Show Me the Money

“Show me the money!”
—Tom Cruise

A few weeks ago, Congress approved and the President signed the NASA Authorization Act for 2010, outlining a human spaceflight policy that will grow a commercial transportation service to low Earth orbit and focus NASA’s human spaceflight community on exploration beyond low Earth orbit.  The proposed top-line budget number for NASA contained in both the President’s original budget submittal in February as well as in the Authorization is $19.0 billion for fiscal year 2011.  However, Congress adjourned for the mid-term elections before passing a budget, instead option for a continuing resolution to fund the government through December 3 at last-years levels.  Authorization is not the same as appropriations, and it is the latter that will ultimately determine what NASA does, and what it won’t do.  Therefore, we’re left with some uncertainty lingering in the air until Congress reconvenes and deals with appropriations.  Will NASA’s top-line budget number remain at or near $19.0 billion for 2011?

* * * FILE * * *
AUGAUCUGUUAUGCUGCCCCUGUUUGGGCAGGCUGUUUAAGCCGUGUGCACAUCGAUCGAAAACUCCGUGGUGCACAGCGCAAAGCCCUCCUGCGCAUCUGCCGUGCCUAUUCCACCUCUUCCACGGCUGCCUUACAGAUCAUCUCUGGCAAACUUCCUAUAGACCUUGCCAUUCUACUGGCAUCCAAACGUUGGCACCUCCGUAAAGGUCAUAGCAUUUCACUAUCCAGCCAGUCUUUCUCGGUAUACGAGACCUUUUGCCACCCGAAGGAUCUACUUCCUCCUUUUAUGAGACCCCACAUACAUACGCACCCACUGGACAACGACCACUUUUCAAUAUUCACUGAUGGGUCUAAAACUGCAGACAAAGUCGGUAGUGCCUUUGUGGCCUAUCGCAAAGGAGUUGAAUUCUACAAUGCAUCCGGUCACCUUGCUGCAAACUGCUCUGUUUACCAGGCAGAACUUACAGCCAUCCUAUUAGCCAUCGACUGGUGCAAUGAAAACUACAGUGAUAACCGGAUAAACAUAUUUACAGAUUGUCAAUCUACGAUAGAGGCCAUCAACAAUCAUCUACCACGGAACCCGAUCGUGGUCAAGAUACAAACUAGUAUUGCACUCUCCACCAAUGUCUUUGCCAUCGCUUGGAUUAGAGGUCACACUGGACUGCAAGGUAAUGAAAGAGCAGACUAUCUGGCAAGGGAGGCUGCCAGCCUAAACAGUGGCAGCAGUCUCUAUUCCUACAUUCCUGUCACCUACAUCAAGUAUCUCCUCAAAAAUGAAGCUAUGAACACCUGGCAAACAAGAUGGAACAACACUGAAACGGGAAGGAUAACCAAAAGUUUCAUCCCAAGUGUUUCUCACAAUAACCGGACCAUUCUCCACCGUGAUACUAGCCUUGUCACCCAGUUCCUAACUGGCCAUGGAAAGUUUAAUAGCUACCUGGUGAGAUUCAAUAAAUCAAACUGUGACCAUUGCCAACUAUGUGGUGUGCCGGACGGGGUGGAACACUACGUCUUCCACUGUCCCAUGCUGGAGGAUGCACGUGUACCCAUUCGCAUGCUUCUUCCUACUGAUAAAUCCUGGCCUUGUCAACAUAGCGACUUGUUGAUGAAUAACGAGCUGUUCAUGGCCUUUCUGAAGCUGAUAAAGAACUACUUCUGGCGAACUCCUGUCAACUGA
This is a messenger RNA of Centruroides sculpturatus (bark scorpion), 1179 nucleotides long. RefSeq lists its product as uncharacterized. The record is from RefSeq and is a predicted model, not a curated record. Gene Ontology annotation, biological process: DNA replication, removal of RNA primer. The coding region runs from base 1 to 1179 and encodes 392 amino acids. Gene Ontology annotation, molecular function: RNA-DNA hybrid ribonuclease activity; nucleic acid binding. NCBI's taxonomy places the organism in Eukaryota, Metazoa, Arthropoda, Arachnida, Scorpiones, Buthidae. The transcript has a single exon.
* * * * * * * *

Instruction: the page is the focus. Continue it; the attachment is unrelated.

To frame this question and discuss potential impacts to NASA, let’s consider the possibility that the House majority switches parties in the coming election.  (As of today, Nate Silver’s “Five Thirty Eight” places the odds at 83% that the Republicans will control the 218 seats needed for majority.)  In its Pledge to America, the Republican party pledges to “…cut government spending to pre-stimulus, pre-bailout levels…” which I’ve heard interpreted as “to fiscal year 2008” levels.  What has NASA’s budget history looked like, and what would such a pledge mean to NASA’s top-line budget?

Here is a plot showing NASA’s budget in current dollars without inflation factored in, and in inflation-adjusted 2010 dollars.

And in particular, let’s focus on the budget since 2000:

In inflation-adjusted dollars, NASA’s budget has been relatively flat since 2000, averaging about $17.9 billion.  The fiscal year 2011 proposed budget of $19.0 billion is actually above the recent historic norms.